difficult times"
      2: aiding the cause or policy or interests of; "the president
         no longer had the support of his own party"; "they
         developed a scheme of mutual support"
      3: something providing immaterial support or assistance to a
         person or cause or interest; "the policy found little
         public support"; "his faith was all the support he
         needed"; "the team enjoyed the support of their fans"
      4: a military operation (often involving new supplies of men
         and materiel) to strengthen a military force or aid in the
         performance of its mission; "they called for artillery
         support" [syn: reinforcement, reenforcement]
      5: documentary validation; "his documentation of the results
         was excellent"; "the strongest support for this this view
         is the work of Jones" [syn: documentation]
      6: the financial means whereby one lives; "each child was
         expected to pay for their keep"; "he applied to the state
         for support"; "he could no longer earn his own livelihood"
         [syn: keep, livelihood, living, bread and butter,
         sustenance]
      7: supporting structure that holds up or provides a foundation;
         "the statue stood on a marble support"
      8: the act of bearing the weight of or strengthening; "he
         leaned against the wall for support" [syn: supporting]
      9: a subordinate musical part; provides background for more
         important parts [syn: accompaniment, musical
         accompaniment, backup]
      10: any device that bears the weight of another thing; "there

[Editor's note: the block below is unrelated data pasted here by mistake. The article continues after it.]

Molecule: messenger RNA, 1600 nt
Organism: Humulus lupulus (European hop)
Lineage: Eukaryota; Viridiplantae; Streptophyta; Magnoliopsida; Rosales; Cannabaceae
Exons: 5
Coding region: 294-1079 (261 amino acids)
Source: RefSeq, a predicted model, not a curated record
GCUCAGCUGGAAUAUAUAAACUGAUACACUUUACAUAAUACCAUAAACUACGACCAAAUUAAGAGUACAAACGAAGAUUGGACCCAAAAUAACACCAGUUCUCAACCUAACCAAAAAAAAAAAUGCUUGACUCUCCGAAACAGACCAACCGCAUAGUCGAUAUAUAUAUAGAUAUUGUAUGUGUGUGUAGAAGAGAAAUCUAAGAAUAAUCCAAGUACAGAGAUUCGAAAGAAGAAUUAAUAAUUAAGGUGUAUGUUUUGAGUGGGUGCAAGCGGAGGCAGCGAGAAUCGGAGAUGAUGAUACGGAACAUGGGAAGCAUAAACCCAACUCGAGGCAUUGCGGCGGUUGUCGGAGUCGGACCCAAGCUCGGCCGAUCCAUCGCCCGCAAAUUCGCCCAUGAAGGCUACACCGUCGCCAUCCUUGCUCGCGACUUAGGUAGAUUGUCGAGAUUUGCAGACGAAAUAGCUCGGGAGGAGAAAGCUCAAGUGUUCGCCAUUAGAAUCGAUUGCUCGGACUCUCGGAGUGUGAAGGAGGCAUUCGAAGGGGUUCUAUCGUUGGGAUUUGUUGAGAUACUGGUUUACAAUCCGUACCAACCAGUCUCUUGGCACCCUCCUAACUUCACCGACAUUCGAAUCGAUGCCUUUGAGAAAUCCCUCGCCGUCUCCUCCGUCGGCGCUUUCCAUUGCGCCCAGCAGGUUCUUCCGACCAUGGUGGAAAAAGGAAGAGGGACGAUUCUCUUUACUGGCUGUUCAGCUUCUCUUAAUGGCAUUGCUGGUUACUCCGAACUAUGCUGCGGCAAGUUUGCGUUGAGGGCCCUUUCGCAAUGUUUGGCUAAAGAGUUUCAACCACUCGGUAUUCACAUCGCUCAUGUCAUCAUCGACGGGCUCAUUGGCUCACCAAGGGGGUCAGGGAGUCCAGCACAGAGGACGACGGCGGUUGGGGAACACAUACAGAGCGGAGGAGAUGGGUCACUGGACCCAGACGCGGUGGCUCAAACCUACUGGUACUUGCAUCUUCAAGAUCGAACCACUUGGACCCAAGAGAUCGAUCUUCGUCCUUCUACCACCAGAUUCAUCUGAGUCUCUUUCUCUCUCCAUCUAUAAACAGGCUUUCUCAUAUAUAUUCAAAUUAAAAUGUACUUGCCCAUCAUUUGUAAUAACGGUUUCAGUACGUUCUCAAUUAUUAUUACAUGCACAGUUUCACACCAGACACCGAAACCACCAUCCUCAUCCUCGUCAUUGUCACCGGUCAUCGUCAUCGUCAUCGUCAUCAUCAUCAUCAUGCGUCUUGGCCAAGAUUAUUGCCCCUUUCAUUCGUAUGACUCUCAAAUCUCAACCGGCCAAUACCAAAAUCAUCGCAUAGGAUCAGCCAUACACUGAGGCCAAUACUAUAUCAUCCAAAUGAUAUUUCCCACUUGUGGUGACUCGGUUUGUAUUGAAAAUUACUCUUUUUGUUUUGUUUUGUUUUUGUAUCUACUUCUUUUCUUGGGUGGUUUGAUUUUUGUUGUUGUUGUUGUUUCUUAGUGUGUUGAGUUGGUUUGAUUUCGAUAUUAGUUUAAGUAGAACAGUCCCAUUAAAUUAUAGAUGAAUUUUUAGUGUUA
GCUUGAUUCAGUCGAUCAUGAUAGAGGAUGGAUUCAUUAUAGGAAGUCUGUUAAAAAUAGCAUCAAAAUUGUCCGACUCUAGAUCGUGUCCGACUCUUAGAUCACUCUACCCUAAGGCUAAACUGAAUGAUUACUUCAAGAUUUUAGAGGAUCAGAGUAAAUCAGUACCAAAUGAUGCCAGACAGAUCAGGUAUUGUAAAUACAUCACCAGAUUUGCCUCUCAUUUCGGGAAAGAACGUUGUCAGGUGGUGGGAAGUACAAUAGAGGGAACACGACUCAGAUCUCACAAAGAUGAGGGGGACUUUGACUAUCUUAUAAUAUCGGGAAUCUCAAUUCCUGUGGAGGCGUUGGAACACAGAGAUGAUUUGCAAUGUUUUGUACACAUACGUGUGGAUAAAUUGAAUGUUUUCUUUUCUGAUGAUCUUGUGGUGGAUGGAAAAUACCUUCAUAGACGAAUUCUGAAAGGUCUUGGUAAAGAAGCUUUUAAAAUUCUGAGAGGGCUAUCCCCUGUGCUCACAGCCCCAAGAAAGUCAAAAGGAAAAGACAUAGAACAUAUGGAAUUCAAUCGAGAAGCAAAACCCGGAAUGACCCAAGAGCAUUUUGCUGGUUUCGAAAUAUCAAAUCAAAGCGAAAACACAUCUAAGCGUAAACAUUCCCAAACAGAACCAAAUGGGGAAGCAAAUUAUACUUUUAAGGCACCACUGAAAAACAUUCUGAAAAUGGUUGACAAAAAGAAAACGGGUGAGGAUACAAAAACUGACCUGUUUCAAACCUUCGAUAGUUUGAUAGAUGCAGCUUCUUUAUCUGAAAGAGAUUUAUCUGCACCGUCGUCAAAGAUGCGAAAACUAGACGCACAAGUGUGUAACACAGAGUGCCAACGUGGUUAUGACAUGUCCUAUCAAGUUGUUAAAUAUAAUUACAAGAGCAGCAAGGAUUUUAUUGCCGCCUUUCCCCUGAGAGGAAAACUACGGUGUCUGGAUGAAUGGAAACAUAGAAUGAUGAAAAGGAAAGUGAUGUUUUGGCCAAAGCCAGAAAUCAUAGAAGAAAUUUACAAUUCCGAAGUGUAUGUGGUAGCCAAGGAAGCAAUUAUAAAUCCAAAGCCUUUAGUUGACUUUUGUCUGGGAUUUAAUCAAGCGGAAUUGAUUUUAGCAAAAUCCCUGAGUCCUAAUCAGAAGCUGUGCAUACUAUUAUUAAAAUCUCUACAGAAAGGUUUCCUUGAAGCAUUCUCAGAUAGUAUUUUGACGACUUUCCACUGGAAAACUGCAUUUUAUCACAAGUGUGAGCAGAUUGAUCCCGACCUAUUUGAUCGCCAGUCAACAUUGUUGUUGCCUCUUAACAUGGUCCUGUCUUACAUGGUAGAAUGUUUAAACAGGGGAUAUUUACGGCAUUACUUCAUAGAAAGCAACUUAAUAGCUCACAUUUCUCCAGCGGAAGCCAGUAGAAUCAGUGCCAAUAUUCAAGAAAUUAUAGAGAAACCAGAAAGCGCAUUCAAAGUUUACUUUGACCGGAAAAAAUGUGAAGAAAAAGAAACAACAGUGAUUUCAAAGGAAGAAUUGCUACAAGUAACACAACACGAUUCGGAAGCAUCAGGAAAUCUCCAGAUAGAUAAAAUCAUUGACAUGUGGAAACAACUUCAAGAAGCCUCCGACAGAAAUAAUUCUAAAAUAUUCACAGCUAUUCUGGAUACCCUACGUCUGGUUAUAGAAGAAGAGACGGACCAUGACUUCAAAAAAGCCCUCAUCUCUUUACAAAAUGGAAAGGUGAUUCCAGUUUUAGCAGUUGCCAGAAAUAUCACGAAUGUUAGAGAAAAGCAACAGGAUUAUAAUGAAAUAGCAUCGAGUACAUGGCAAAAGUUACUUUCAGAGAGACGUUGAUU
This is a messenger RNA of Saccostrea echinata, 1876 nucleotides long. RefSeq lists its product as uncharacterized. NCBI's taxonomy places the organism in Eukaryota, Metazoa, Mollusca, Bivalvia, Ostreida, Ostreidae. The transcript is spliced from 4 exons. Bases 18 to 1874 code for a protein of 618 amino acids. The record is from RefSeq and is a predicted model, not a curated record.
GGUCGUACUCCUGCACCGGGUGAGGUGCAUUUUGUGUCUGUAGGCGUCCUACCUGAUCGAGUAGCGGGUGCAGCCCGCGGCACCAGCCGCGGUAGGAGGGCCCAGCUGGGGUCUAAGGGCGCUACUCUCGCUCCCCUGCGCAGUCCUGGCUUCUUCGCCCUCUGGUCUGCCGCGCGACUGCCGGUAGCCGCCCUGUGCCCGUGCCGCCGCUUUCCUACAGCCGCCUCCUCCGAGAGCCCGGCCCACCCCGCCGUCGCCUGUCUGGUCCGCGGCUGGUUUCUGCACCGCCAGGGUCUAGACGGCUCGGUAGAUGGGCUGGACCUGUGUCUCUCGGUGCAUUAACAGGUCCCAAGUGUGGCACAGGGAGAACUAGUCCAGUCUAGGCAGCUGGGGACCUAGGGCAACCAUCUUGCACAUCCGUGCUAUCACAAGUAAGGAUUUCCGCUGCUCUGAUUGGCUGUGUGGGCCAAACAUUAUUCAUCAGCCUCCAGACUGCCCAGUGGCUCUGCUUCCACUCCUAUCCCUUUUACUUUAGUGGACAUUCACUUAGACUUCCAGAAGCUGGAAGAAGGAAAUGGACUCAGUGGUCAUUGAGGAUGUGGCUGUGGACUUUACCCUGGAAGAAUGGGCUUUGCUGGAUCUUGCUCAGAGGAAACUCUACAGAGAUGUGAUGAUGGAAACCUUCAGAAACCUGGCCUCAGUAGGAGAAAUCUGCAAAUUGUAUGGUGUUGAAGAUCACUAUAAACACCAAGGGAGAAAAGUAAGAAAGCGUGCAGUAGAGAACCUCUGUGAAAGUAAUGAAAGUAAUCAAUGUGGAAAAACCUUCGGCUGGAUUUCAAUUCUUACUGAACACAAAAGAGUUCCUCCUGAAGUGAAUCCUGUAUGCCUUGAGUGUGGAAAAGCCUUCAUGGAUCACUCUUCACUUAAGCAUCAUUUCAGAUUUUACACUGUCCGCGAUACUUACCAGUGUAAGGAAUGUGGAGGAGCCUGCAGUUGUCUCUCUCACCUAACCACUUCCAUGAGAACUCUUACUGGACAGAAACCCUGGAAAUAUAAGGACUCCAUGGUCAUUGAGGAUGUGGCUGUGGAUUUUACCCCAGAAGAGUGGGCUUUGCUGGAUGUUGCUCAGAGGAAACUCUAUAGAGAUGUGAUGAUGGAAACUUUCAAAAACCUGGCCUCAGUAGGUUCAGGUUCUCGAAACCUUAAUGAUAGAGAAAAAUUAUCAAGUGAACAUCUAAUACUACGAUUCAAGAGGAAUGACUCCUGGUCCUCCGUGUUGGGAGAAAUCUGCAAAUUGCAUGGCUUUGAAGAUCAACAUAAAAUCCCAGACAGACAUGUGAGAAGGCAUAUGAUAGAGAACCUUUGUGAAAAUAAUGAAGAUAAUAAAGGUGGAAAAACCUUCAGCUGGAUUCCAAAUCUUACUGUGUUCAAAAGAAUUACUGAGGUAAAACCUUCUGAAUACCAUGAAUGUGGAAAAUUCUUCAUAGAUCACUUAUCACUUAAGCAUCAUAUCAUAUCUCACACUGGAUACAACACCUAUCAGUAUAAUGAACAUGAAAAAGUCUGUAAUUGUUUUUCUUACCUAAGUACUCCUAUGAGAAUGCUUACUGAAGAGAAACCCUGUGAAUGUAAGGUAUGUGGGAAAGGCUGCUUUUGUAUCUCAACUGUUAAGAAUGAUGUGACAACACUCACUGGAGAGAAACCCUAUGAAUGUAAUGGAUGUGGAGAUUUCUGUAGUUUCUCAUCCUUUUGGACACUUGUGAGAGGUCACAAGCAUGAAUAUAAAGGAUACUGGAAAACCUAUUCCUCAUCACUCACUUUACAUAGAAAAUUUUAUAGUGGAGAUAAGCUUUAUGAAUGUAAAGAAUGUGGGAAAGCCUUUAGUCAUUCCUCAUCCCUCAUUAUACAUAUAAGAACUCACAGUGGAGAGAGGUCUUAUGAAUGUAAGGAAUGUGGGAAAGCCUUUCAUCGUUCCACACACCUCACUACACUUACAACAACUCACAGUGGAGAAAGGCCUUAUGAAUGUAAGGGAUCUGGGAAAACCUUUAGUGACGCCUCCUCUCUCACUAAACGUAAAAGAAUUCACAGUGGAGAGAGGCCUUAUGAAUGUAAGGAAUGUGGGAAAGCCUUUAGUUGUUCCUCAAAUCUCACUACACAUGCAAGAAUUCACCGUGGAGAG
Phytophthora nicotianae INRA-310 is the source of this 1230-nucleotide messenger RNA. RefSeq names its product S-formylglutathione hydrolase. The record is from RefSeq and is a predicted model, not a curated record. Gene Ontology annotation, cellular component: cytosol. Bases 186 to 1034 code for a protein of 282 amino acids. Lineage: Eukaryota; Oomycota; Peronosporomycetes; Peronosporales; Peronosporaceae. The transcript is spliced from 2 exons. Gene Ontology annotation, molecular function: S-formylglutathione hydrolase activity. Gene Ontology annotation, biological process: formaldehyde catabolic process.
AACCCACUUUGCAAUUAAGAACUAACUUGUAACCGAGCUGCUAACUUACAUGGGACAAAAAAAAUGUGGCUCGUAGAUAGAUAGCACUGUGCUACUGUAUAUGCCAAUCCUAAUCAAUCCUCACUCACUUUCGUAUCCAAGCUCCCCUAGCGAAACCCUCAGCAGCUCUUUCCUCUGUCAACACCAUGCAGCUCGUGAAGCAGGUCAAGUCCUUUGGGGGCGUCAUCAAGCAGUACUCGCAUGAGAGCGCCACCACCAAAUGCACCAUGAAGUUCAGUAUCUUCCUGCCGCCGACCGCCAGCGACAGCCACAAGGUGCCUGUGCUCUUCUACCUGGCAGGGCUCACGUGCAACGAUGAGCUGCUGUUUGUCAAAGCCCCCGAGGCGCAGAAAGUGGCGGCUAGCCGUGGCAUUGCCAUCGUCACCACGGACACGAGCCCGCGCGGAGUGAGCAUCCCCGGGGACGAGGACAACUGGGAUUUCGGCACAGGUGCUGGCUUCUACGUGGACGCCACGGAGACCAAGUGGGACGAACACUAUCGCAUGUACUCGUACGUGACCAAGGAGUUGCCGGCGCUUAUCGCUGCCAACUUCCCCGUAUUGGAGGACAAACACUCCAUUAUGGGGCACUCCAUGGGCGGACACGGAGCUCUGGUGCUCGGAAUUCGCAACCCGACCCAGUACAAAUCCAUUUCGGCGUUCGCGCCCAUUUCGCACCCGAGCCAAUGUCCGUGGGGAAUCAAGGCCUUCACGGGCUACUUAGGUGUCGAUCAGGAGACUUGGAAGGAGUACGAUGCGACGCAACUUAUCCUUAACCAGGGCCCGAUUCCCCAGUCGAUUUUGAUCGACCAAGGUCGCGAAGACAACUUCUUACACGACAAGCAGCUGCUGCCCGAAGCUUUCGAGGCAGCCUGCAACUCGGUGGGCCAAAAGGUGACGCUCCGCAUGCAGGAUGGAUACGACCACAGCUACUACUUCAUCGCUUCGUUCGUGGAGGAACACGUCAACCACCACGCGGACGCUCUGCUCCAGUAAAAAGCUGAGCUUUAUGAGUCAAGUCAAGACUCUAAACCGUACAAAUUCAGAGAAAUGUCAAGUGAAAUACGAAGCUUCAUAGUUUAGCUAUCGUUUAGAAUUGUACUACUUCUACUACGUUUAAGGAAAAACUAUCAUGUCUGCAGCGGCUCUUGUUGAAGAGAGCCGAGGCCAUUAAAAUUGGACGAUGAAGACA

was no place to attach supports for a shelf"
      11: financial resources provided to make some project possible;
          "the foundation provided support for the experiment"
          [syn: financial support, funding, backing, financial
          backing]
      v 1: give moral or psychological support, aid, or courage to;
           "She supported him during the illness"; "Her children
           always backed her up" [syn: back up]
      2: support materially or financially; "he does not support his
         natural children"; "The scholarship supported me when I
         was in college"
      3: be behind; approve of; "He plumped for the Labor Party"; "I
         backed Kennedy in 1960" [syn: back, endorse, indorse,
          plump for, plunk for]
      4: be the physical support of; carry the weight of; "The beam
         holds up the roof"; "He supported me with one hand while I
         balanced on the beam"; "What's holding that mirror?" [syn:
          hold, sustain, hold up]
      5: establish or strengthen as with new evidence or facts; "his
         story confirmed my doubts"; "The evidence supports the
         defendant" [syn: confirm, corroborate, sustain, substantiate,
          affirm] [ant: negate]
      6: adopt as a belief; "I subscribe to your view on abortion"
         [syn: subscribe]
      7: support with evidence or authority or make more certain or
         confirm; "The stories and claims were born out by the
         evidence" [syn: corroborate, underpin, bear out]
      8: argue or speak in defense of; "She supported the motion to
         strike" [syn: defend, fend for]
      9: play a subordinate role to (another performer); "Olivier
         supported Gielgud beautifully in the second act"
      10: be a regular customer or client of; "We patronize this
          store"; "Our sponsor kept our art studio going for as
          long as he could" [syn: patronize, patronise, patronage,
           keep going]
      11: put up with something or somebody unpleasant; "I cannot bear
          his constant criticism"; "The new secretary had to endure
          a lot of unprofessional remarks"; "he learned to tolerate
          the heat"; "She stuck out two years in a miserable
          marriage" [syn: digest, endure, stick out, stomach,
           bear, stand, tolerate, brook, abide, suffer,
           put up]